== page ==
HC Deb 10 June 1982 vol 25 cc386-7
20. Mr. Jay

asked the Minister of Agriculture, Fisheries and Food what is expected to be the total cost of the common agricultural policy in 1982.

Mr. Peter Walker

Taking into account the latest revisions proposed by the Commission, the 1982 budget provisions for the common agricultural policy, as estimated by the Commission, are likely to be as to guarantee expenditure £6,898 million and as to guidance expenditure £409 million, making a total of £7,307 million.

Mr. Jay

Is that not a great deal of money and are there not many better ways in which it might be spent?

Mr. Walker

It is, but it covers the whole of agriculture in the EEC. To go over to the deficiency payments system in Britain alone would cost about £2 billion. I know that, with his considerable interest and anxiety on this subject, the right hon. Gentleman will be relieved to hear that in the past three years the budget has increased by only 26 per cent., whereas under the Labour Government it increased by 260 per cent.

Mr. Peter Mills

Will the Minister explain to the Labour Party that the CAP has many advantages? One is that the consumer has not gone short of any food over the past five or six years. Will the Minister also bear in mind that, while it may be slightly expensive, it has tremendous advantages for the whole of the rural scene?

Mr. Walker

Yes, Sir. It is also true that in the three years that the Conservative Government have been in power the price of food has increased less than the retail price index in general and has been very much to the forefront in the battle against inflation.

Mr. Ioan Evans

Is it not true that between 60 and 70 per cent. of the EEC budget goes on the CAP? Will the issue of the restoration of the veto be decided by a majority vote? Will we be allowed to use the veto or will the Government be treated with the same contempt that they were on the last occasion?

Mr. Walker

I gather from the last part of the hon. Gentleman's question that he has been absent for most of Question Time. I am sure that he will read with fascinated interest in Hansard tomorrow the replies already given to that question.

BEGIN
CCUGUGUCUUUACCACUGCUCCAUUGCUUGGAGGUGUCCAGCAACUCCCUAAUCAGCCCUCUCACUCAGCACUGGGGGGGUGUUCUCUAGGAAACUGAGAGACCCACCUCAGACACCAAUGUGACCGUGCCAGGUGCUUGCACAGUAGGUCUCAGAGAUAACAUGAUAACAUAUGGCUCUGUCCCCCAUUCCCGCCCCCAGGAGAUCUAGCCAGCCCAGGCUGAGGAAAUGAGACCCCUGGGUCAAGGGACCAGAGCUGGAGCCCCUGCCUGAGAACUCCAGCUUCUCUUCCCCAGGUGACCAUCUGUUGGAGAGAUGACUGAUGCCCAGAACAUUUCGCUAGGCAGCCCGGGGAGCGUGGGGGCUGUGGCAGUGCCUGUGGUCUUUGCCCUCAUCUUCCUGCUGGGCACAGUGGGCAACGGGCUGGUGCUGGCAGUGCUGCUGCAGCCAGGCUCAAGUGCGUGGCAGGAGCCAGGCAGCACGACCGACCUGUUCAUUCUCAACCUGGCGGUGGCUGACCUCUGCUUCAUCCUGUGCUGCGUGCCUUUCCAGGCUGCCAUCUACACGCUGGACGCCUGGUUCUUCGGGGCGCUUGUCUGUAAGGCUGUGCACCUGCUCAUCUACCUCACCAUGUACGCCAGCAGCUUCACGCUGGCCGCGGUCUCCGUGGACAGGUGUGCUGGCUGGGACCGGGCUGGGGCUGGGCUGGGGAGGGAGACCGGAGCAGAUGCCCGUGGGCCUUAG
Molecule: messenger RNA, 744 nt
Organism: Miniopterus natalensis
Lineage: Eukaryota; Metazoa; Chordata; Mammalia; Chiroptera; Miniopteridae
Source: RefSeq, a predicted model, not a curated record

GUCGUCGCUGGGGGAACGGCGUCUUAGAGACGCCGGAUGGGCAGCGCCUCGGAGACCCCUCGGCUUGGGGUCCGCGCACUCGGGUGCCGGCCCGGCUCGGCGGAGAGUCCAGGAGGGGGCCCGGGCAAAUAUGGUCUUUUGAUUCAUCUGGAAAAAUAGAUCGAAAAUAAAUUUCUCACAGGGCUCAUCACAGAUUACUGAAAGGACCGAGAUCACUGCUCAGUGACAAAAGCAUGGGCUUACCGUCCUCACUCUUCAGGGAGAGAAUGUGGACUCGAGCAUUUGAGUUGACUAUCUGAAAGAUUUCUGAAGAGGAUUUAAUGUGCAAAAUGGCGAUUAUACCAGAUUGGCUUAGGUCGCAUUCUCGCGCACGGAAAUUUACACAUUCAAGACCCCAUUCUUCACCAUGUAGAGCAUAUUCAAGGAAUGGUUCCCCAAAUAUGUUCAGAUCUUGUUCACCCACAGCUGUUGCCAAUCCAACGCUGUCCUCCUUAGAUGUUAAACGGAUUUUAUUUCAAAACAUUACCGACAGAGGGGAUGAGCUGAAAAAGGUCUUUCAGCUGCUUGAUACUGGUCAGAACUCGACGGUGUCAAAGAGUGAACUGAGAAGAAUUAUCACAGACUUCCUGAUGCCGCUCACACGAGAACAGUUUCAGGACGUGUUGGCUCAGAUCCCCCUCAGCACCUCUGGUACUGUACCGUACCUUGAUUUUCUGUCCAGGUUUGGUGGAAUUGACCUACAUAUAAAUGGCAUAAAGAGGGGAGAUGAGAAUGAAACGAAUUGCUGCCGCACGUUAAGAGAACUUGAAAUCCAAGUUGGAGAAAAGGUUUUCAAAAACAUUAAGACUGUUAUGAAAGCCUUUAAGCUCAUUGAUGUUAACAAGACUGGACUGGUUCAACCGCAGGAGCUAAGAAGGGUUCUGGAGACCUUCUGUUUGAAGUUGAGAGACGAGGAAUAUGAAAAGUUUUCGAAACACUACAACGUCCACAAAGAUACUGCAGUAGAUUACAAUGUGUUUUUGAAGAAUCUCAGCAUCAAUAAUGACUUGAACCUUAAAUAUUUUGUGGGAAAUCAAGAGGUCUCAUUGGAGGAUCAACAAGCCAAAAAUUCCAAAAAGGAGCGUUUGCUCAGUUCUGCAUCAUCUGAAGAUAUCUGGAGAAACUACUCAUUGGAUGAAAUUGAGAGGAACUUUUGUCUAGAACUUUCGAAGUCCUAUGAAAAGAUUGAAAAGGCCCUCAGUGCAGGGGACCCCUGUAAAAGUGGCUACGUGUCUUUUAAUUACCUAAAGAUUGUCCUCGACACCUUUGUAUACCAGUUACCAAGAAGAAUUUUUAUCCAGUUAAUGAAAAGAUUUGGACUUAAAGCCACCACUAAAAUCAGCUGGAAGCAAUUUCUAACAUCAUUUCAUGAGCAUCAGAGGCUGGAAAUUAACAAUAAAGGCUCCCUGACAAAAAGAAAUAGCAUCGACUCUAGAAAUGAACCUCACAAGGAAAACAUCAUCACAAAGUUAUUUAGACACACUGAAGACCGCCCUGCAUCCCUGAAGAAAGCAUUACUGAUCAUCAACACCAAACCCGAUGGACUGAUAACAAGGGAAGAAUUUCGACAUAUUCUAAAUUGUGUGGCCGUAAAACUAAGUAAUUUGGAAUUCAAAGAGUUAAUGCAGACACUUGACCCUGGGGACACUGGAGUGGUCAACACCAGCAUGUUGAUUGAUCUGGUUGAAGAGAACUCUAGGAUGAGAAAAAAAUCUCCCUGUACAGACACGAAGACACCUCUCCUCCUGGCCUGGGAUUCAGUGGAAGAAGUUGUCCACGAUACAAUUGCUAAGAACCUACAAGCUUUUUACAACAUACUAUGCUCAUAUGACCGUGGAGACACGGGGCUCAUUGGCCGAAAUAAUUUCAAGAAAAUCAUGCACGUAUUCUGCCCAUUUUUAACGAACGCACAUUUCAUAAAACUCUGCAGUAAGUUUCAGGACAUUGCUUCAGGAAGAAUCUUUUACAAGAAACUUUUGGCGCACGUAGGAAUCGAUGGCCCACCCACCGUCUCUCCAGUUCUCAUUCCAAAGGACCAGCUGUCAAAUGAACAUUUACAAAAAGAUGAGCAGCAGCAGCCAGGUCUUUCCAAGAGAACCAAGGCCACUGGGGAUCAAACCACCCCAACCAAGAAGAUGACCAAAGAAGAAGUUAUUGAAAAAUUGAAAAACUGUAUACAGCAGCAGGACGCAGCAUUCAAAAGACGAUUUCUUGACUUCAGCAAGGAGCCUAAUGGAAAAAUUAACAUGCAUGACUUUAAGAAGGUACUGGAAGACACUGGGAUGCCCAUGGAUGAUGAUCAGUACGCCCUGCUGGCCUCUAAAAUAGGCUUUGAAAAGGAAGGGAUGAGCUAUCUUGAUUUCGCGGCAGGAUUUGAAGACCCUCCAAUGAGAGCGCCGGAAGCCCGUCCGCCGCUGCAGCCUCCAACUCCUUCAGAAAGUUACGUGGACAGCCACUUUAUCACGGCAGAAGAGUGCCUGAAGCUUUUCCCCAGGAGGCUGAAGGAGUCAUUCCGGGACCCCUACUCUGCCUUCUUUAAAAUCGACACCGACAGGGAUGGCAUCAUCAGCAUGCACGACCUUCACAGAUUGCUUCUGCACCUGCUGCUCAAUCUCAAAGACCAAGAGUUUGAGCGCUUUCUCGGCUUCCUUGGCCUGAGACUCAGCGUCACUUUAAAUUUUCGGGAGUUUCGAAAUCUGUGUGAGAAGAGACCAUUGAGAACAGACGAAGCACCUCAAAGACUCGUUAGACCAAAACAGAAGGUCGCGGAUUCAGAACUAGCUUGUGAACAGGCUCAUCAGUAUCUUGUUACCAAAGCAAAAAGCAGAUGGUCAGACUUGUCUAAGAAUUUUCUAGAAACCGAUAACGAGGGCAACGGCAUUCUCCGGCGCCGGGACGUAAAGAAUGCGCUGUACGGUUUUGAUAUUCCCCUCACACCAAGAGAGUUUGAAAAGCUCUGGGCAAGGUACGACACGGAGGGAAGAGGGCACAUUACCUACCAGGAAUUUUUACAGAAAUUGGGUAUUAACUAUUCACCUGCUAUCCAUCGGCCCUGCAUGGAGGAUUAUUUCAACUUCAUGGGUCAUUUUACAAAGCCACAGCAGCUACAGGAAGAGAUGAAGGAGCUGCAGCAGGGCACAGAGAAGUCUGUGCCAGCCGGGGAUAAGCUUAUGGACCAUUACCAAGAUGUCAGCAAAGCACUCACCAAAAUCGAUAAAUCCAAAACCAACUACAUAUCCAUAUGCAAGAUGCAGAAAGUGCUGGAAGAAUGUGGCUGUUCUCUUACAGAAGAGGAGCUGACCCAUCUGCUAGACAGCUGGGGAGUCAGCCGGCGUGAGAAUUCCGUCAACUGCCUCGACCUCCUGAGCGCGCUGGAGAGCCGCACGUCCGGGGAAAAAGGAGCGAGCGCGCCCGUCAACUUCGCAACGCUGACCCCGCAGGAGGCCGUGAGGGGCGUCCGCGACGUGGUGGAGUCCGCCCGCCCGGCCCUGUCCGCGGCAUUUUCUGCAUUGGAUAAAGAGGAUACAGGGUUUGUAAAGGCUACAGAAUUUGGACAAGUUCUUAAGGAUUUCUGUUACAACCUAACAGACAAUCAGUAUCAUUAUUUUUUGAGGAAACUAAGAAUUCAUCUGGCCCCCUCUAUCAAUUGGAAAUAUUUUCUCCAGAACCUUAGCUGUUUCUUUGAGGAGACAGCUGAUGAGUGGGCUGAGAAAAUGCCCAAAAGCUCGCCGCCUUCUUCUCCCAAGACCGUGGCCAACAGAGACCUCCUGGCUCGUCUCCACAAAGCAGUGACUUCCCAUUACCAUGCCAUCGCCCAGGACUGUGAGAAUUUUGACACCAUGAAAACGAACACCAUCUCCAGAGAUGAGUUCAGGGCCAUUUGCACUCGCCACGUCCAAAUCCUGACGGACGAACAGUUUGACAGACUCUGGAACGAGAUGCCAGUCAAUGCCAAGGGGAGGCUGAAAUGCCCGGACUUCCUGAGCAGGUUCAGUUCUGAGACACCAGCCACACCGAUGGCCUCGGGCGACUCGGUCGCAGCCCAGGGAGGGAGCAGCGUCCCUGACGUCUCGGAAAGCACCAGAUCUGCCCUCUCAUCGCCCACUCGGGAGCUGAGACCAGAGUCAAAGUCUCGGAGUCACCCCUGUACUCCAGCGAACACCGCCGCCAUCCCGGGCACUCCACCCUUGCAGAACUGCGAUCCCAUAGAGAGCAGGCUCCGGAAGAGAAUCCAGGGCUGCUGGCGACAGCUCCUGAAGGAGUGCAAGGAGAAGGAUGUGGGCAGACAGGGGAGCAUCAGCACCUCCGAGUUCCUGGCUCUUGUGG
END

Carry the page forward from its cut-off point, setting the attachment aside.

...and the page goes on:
Mr. Farr

Does my right hon. Friend agree that, despite what he has said, the whole policy is in danger of becoming structurally unbalanced because of the rapid fall in the beef breeding herds in the past six years? As my right hon. Friend knows, they have declined by about 25 per cent., from 1.9 million cows per annum to 1.4 million. Will my right hon. Friend look at that matter?

Mr. Walker

My hon. Friend's point is of immense importance and that is why in this price-fixing we are pleased to have obtained substantial improvements in the beef premium scheme. As my hon. Friend also knows, the Government, as part of their policy, have substantially improved the hill subsidies for beef cattle. I hope that a combination of those factors will bring about the restoration of the fortunes of the beef industry that my hon. Friend rightly proposes.

Mr. Buchan

When the Minister gives us the appalling figure £7 billion as the CAP cost, does he realise that most of that is completely wasted money, in so far as it is used to create surpluses which then have to be exported onto the world market and depress it further? Is he not aware that 47 per cent. of that expenditure goes on export subsidies? Would it not be better if we had our own agricultural policy so that we could take advantage of cheaper world prices and use our money to develop British agriculture?

Mr. Walker

No, Sir. That is a myth, because the hon. Gentleman looks at world prices in isolation so that they do not reflect the impact that there would be on those world prices if European production were suddenly eliminated and one started to purchase the existing small surplus. That would produce an enormous rise in world prices. Plenty of illustrations in recent years show that that would be the case.

Mr. Marlow

Can my right hon. Friend tell the House the value of the net import of foodstuffs to Britain from the European Community? On average, how much is that above world prices at the moment?

Mr. Walker

No, Sir. However, my hon. Friend will be pleased to know that in the past three years of Common Market membership the balance of trade has improved by £1 billion as a result of Britain's food and agriculture performance.